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At the top of the list is the need to initiate aggressive police investigations that target the leadership of wildlife trafficking networks, with the aim of arresting and prosecuting the leaders of these criminal enterprises and dismantling their operations permanently.
In addition to taking down wildlife trafficking kingpins, other critical interventions include strengthening deterrence to reduce crime, addressing abuse within the commercial wildlife farming industry, eradicating corruption within the criminal justice system, and putting an end to bear farming.
“Vietnam has made substantial progress on all ten priorities in recent years,” says Vu Thi Quyen, ENV’s Founder and Executive Director. “There are positive developments on all fronts. Now, the task at hand is to maintain momentum and continue aggressively down this path, to the point where Vietnam is no longer a major consumer of wildlife, nor a trafficking hub for the region.”
Quyen believes this goal is not only realistic, but achievable. “Look at how the criminal justice system has applied the revised Penal Code,” says Quyen. “Criminals are going to prison for their crimes, and among them are the leaders of four major trafficking networks.”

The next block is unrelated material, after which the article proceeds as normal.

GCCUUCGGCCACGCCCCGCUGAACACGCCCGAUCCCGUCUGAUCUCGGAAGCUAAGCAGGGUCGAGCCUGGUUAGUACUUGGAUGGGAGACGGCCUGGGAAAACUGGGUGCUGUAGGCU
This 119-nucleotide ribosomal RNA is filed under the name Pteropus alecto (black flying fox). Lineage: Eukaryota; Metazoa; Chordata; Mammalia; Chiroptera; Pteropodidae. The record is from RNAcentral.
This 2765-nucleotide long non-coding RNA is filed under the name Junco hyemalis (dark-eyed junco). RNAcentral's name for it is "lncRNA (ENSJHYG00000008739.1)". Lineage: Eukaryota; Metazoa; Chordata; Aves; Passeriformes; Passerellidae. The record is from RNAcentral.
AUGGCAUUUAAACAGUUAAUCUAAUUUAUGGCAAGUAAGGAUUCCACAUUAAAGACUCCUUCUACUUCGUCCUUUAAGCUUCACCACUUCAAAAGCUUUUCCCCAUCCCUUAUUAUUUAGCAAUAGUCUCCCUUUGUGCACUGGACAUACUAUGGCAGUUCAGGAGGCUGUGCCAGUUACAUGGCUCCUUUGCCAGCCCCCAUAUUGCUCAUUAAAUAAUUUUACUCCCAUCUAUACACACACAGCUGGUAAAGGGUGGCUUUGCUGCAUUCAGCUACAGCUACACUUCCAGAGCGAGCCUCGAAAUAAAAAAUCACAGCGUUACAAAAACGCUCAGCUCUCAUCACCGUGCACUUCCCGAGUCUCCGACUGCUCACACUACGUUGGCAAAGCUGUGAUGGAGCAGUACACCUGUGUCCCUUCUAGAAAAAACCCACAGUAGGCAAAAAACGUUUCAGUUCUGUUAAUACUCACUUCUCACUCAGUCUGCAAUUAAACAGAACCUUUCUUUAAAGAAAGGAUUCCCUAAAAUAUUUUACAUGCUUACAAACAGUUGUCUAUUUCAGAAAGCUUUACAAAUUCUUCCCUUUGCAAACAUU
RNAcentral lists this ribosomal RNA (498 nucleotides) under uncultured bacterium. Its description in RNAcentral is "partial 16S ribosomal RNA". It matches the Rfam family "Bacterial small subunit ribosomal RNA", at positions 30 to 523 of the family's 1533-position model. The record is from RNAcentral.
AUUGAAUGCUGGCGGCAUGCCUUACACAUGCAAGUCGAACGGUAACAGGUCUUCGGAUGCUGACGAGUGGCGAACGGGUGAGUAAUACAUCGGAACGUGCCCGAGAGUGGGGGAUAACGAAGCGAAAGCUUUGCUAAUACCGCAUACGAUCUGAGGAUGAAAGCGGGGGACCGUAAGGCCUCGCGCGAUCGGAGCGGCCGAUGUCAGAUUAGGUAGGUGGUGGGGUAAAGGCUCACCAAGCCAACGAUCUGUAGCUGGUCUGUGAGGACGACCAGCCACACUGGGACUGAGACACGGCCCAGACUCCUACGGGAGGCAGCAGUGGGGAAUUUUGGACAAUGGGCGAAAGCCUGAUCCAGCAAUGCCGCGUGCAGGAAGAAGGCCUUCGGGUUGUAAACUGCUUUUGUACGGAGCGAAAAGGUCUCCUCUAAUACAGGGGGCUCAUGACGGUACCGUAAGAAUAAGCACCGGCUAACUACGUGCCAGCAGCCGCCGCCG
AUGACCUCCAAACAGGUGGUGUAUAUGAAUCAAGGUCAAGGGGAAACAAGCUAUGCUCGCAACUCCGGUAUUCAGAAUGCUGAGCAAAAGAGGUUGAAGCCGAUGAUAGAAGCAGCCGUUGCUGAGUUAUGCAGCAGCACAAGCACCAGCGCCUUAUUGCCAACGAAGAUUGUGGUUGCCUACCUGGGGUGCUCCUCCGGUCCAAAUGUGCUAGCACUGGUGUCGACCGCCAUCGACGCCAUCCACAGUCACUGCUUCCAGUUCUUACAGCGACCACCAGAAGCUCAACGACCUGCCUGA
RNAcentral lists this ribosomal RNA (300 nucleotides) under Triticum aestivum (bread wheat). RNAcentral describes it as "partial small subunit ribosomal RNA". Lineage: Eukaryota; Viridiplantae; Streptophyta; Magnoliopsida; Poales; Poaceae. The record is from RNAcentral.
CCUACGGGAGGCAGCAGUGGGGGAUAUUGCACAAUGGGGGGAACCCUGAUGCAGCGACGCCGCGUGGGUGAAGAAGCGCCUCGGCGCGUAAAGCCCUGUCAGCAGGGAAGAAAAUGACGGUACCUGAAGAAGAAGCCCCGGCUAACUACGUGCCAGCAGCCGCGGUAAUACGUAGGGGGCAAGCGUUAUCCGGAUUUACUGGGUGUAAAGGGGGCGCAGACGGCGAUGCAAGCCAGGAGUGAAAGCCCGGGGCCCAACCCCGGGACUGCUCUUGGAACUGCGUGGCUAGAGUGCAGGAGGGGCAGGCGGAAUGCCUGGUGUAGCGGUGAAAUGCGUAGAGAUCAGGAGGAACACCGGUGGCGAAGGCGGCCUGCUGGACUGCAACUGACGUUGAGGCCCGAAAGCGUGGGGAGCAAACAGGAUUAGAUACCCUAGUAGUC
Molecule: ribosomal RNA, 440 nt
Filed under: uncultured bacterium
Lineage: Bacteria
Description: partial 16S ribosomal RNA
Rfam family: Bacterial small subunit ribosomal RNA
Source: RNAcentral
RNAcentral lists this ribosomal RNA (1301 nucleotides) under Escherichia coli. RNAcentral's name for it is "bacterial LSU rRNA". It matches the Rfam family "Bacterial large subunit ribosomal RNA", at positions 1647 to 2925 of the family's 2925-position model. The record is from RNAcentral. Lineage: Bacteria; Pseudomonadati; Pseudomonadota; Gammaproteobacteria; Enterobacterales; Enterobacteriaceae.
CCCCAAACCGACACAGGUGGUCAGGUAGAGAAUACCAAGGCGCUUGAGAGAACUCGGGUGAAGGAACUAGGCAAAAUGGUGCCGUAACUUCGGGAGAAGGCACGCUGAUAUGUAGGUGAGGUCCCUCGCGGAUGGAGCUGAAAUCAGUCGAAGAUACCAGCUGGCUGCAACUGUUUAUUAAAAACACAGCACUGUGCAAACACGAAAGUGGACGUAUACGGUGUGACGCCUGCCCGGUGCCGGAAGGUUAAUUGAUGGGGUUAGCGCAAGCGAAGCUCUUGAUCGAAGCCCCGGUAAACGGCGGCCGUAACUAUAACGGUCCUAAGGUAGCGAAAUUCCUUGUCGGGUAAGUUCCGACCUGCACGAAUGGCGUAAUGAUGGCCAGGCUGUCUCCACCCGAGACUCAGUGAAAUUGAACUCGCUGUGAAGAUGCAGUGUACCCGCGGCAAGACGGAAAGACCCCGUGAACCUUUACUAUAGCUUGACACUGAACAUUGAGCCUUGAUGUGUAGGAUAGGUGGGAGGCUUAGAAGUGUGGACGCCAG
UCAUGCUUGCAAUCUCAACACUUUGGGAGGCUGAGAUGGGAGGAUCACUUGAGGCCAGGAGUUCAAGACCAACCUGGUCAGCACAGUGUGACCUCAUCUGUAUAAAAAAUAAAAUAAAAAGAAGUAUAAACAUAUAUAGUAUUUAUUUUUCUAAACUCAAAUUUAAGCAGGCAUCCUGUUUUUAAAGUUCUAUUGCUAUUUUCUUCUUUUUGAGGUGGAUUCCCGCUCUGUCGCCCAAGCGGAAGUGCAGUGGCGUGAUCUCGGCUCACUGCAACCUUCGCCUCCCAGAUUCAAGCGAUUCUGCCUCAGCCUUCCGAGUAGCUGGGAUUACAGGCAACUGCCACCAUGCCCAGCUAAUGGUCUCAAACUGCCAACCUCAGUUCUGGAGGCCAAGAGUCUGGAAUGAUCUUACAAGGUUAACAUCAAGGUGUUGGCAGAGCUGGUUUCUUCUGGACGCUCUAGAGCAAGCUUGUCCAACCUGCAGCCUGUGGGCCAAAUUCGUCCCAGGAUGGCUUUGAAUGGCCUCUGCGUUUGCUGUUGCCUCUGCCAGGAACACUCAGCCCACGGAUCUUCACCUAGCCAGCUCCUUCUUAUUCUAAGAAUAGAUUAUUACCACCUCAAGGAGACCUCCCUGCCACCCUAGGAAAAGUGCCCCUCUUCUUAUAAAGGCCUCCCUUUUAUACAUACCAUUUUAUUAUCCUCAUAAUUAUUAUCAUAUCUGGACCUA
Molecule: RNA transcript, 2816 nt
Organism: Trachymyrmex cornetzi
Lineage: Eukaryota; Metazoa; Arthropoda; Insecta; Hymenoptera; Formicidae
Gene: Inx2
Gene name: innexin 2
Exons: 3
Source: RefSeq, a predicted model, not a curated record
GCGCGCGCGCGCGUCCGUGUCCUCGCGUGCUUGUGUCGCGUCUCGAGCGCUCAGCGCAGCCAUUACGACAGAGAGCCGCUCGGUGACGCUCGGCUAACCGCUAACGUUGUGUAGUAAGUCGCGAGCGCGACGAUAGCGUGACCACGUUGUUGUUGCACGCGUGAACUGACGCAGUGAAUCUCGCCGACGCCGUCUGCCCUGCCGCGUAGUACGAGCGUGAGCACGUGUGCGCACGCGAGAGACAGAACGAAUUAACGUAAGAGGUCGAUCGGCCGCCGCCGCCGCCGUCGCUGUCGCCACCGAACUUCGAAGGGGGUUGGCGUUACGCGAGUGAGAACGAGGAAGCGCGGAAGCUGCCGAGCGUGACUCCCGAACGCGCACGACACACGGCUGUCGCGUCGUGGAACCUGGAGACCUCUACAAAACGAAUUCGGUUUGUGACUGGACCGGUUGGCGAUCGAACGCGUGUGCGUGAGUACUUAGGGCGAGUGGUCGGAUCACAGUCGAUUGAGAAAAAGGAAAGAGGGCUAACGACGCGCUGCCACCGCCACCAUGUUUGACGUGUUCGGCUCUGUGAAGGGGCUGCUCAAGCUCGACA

“We have a lot to do ahead of us, and some major obstacles to overcome, but we have already accomplished a great deal of progress.”
Tackling corruption within the criminal justice system remains one of the most difficult obstacles to overcome in the battle to combat wildlife trafficking in Vietnam. Whether corruption involves passage of goods through ports or airports, issuance of permits to commercial farms, or allowing criminals to escape capture, prosecution, or imprisonment, corruption undermines the law, and in doing so, undermines the health of society and effectiveness of government.
In addition to eliminating corruption, one of the new critical actions in 2020 reflects the need to address the serious human health and safety risks posed by animal-borne viruses like Covid-19. While ENV strongly supports current efforts to eliminate wildlife trade and consumption as called for by the Prime Minister, ENV goes on to urge policy-makers, key ministries, provincial governments, and other government agencies to share the responsibility of increasing public awareness about the deadly effects of wildlife trade and consumption, reinforcing national efforts to curb consumer demand and reduce the risk of future outbreaks.
“We believe Vietnam is on many fronts a leader in Southeast Asia in efforts to tackle the illegal wildlife trade, and we’re proud of the progress that has been accomplished,” states Quyen. “Success is within our grasp if we can remain focused and committed to addressing these ten critical actions for Vietnam.”